In last week’s article I described how the chief executive of BP was grilled, challenged and, indeed, insulted when he gave testimony under oath at the committee at the House committee on energy and commerce. Representative Bart Stupak led the charge when he bluntly told Tony Hayward, “the committee is extremely frustrated with your lack of candour. You are the CEO. You have a PhD. We hope you have more candour in your responses.” Congressman Henry Waxman accused Tony Hayward of stonewalling and evading questions. He declared that he was amazed by Hayward’s unwillingness to take responsibility for the ecological disaster. Addressing the CEO directly he said, “Mr. Hayward, you’re not taking responsibility. You are kicking the can down the road and acting as if you have nothing to do with this company.” Congressman Peter Welch from Vermont challenged BP’s safety record. He situated the Deepwater Horizon disaster within list of major pollution incidents involving BP. He referred to the explosion at the Texas City refinery in 2005, the major leak in BP pipe line at Prudhoe Bay in Alaska in 2007. Given this poor safety record he asked Hayward whether he though it was time for him to resign. Hayward refused to discuss his own position but kept repeating that he was “devastated” by the accident and was doing all in his power to ensure a “safe, reliable operation” at BP.
As Republican and Democrat congressmen filed out of the committee room on June 17th 2010, they probably felt very frustrated that they could get very little useful information out of Tony Hayward. On the other hand, they probably felt satisfied that they had given the CEO of BP a good roasting which would go down well with their electorate at the November election. They could claim that they were not afraid to hold a multinational company accountable and that they would do all in their power to protect U.S. citizens and the U.S. environment.
But, unfortunately, that is as far as they would be willing to go. It would appear that U.S. lives and U.S. environment are much more important than lives elsewhere. On the night of December 2, 1984, an explosion took place at the Union Carbide pesticide plant a Bhopal, Madhya Pradesh, India. This factory was a subsidiary of the U.S. company Union Carbide, which is now owned by Dow Chemical. As a result of the explosion 500,000 people were exposed to the deadly methyl isocyanate (MIC) gas and other toxins. Estimates of those who were killed by the gas vary. Agencies of the Indian government put the figures at 8,000 in the immediate aftermath of the explosion and another 8,000 people have died since as a result of gas-related illnesses. Apart from those who died, the lives tens of thousands of people have been blighted by exposure to the toxic gas. Many were permanently disabled with diseases ranging from blindness to various forms of cancers, respiratory problems and neurological disorders. The impact of the poisoning continues, as children are born with major defects.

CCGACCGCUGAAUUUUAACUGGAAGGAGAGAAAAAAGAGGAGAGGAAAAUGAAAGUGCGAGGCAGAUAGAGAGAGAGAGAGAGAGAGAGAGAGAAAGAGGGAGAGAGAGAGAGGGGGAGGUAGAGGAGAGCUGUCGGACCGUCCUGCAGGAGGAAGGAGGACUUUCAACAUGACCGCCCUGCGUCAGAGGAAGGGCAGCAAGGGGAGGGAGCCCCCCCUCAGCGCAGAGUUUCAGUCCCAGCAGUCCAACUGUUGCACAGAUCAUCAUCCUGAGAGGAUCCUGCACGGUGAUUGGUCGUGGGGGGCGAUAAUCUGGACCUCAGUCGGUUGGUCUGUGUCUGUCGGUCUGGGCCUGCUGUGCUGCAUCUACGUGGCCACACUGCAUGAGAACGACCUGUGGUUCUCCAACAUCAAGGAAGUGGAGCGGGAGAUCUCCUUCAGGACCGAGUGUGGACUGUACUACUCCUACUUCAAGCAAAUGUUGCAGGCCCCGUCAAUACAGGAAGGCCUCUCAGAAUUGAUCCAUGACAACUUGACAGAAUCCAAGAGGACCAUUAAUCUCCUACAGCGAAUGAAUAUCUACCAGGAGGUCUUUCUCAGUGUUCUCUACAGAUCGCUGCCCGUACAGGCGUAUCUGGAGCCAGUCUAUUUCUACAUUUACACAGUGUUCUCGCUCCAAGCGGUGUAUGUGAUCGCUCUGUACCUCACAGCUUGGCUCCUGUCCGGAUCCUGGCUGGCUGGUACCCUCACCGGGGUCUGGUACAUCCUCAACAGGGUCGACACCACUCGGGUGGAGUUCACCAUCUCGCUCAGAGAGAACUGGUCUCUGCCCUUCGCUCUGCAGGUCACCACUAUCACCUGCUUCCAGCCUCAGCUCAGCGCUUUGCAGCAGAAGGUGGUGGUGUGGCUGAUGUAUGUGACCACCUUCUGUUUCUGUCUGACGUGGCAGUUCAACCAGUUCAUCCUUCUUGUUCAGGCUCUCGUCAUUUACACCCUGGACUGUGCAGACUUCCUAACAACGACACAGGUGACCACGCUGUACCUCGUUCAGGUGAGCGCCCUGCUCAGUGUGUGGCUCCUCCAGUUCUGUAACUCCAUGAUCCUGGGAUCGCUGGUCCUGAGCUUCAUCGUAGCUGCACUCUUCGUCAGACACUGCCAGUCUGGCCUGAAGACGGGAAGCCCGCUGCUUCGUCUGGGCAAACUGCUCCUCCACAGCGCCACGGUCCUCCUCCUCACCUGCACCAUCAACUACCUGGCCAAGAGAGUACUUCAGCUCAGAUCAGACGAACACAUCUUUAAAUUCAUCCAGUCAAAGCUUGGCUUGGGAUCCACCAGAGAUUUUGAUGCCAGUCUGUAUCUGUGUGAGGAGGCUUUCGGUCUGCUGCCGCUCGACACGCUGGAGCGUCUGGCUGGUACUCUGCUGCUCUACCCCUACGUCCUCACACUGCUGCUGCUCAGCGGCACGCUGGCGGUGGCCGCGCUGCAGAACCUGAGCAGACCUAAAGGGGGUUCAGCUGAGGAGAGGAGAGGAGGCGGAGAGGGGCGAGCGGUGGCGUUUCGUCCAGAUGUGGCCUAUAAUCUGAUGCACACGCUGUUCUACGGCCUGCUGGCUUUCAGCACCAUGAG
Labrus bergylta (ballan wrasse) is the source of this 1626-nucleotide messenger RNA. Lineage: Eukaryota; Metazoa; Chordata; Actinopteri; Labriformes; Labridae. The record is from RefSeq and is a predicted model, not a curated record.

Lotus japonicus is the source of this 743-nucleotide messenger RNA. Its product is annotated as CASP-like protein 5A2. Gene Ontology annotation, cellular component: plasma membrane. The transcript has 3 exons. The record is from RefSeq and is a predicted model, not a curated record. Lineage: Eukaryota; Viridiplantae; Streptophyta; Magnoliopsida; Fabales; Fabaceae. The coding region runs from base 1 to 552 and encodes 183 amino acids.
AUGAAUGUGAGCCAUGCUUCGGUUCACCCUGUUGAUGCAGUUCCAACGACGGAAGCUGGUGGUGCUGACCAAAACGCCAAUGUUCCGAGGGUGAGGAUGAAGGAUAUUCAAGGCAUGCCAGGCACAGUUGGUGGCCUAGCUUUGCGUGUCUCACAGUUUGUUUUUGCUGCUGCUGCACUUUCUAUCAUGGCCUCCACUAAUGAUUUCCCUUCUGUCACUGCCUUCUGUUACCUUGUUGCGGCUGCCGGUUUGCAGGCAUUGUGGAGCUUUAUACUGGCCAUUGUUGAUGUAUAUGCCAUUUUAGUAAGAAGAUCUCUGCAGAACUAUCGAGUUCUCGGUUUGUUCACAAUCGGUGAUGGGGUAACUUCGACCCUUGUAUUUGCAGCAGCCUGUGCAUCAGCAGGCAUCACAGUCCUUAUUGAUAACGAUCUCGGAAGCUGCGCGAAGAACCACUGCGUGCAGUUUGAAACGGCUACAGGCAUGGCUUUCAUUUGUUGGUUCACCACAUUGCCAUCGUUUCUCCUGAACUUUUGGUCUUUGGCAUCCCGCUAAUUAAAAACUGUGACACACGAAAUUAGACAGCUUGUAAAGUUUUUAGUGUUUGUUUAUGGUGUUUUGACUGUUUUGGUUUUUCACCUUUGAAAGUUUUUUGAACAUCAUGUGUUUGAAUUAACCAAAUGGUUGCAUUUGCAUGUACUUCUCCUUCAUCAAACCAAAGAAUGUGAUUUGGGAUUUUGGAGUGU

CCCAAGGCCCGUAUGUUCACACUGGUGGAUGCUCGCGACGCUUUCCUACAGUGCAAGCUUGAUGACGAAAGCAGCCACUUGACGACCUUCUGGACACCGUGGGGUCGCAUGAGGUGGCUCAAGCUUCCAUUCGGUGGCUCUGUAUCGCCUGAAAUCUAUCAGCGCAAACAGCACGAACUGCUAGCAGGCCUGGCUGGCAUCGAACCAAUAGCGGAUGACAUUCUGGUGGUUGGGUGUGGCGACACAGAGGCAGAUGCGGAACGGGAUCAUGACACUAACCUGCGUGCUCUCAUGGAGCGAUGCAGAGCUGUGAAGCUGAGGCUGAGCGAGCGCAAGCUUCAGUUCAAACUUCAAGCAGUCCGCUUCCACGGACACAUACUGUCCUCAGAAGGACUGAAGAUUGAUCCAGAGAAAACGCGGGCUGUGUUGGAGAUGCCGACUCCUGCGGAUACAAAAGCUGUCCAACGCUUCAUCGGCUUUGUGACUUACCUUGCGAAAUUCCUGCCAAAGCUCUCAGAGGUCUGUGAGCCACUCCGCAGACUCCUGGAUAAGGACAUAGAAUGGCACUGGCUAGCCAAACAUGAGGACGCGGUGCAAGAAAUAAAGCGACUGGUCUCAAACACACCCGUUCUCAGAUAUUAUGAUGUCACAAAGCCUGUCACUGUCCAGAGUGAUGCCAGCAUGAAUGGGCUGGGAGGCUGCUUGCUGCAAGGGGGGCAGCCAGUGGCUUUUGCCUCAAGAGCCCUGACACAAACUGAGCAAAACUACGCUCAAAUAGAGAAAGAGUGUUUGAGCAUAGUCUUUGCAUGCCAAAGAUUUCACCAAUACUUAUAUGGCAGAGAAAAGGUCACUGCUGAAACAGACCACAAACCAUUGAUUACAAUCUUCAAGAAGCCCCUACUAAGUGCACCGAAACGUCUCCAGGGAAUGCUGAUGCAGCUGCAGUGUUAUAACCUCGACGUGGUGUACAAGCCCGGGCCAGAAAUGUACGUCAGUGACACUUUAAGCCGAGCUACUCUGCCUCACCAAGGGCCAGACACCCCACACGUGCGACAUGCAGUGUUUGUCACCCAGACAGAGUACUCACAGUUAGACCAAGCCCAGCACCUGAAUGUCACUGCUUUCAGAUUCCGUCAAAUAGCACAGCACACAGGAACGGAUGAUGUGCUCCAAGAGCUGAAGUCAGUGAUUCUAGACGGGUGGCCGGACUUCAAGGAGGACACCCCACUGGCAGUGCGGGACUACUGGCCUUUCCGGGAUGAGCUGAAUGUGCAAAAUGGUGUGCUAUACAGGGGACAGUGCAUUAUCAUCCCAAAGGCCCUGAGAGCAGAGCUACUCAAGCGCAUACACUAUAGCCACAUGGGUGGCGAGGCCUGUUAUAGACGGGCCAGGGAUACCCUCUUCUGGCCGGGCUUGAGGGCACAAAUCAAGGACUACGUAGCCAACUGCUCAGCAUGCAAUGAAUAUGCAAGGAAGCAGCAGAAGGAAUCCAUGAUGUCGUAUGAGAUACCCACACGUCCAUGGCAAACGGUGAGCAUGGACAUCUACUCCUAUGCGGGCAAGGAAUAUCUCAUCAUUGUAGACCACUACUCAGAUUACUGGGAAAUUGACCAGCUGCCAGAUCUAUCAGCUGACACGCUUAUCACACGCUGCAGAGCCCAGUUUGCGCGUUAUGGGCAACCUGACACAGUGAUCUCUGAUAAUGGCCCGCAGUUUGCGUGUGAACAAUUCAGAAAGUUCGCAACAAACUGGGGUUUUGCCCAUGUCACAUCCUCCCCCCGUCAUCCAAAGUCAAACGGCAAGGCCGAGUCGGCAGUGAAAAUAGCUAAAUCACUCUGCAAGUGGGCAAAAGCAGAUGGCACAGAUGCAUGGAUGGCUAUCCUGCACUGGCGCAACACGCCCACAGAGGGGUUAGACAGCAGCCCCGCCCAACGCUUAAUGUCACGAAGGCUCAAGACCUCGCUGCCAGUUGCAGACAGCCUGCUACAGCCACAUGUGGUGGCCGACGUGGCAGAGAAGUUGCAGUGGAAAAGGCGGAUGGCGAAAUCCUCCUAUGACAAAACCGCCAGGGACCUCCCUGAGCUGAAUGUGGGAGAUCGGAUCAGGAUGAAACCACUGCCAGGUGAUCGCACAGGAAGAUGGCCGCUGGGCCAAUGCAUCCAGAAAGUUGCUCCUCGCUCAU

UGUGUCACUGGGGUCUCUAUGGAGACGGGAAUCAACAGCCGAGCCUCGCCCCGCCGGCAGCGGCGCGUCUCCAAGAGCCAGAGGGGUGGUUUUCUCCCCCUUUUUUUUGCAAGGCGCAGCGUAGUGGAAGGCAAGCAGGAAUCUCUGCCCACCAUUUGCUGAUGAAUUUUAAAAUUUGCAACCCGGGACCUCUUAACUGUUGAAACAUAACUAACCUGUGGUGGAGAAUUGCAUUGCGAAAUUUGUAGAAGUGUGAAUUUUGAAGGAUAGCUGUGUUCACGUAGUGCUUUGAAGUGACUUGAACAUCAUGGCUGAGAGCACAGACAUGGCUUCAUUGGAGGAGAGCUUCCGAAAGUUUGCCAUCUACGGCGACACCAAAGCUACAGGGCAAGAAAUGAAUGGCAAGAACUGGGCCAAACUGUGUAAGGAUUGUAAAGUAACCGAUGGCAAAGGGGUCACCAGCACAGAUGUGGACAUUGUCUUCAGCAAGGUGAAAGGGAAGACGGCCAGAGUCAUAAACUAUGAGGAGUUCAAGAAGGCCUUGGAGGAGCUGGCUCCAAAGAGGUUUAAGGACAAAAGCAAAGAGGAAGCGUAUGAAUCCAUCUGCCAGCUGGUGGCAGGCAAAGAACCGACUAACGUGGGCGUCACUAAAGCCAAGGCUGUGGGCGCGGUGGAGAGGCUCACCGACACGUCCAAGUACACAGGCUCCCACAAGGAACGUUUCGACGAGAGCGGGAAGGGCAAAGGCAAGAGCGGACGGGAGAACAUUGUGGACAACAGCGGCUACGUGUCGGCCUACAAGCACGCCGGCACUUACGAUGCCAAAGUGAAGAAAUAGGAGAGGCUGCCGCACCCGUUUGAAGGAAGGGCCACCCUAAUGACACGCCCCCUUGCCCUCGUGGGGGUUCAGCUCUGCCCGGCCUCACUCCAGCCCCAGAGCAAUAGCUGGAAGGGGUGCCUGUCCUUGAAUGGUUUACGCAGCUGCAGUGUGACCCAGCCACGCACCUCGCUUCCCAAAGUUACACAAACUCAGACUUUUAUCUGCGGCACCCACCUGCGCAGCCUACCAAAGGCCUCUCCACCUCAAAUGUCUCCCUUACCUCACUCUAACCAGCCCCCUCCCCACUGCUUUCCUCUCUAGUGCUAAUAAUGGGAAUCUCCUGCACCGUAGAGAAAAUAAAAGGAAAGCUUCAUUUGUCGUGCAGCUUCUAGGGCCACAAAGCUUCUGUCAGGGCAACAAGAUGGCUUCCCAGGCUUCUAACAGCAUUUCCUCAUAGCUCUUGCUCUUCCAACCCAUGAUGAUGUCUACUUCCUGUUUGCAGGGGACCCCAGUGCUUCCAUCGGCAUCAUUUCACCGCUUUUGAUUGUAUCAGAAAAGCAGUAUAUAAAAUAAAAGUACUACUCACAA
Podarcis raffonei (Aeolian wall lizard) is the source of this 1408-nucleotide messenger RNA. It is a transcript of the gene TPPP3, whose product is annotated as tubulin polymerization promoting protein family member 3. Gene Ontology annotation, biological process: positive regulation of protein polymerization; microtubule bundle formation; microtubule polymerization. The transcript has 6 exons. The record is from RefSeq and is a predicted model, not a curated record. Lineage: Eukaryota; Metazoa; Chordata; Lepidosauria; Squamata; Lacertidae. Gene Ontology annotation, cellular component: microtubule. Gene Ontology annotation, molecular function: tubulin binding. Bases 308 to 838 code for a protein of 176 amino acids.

In June 2010, seven ex-employees, including the former CEO, Warren Anderson were convicted in Bhopal of causing death by negligence and sentenced to two years imprisonment and a fine of about $2,000 each, the maximum punishment allowed by law. Anderson knew about a 1982 safety audit of the Bhopal plant, which identified 30 major hazards and that they were not fixed in Bhopal but were fixed at the company’s identical plant in the U.S.
Even though the Bhopal judgment was handed down the same week as Hayward’s testimony to Congress, not a single one of the congressmen made any connection between Deepwater Horizon and Bhopal. Member of the Bhopal Group for Information and Action contrast the $20 billion fund to compensate people and clean up the environment in the U.S. with the paltry sum given to the victims of Union Carbide. In the early 1990s survivors were award a mere 25,000 rupees ($435).  Rachna Dhingra of the Bhopal groups asks, “Obama holds companies accountable in the U.S. but why is it that he does not hold American companies responsible for what they do abroad?” A very good question!
 Suzanne Goldenberg, “ ‘ I don’t recall’: stonewalling BP chief leaves Congress inflamed.” The Guardian, June 18th 2010. Page 7.
 Rahul Bedi, “U.S. accused of double standards over Bjhopal: $20 bn BP fund prompts calls for similar liability in India,” The Irish Times, June 19the 2010, page 13.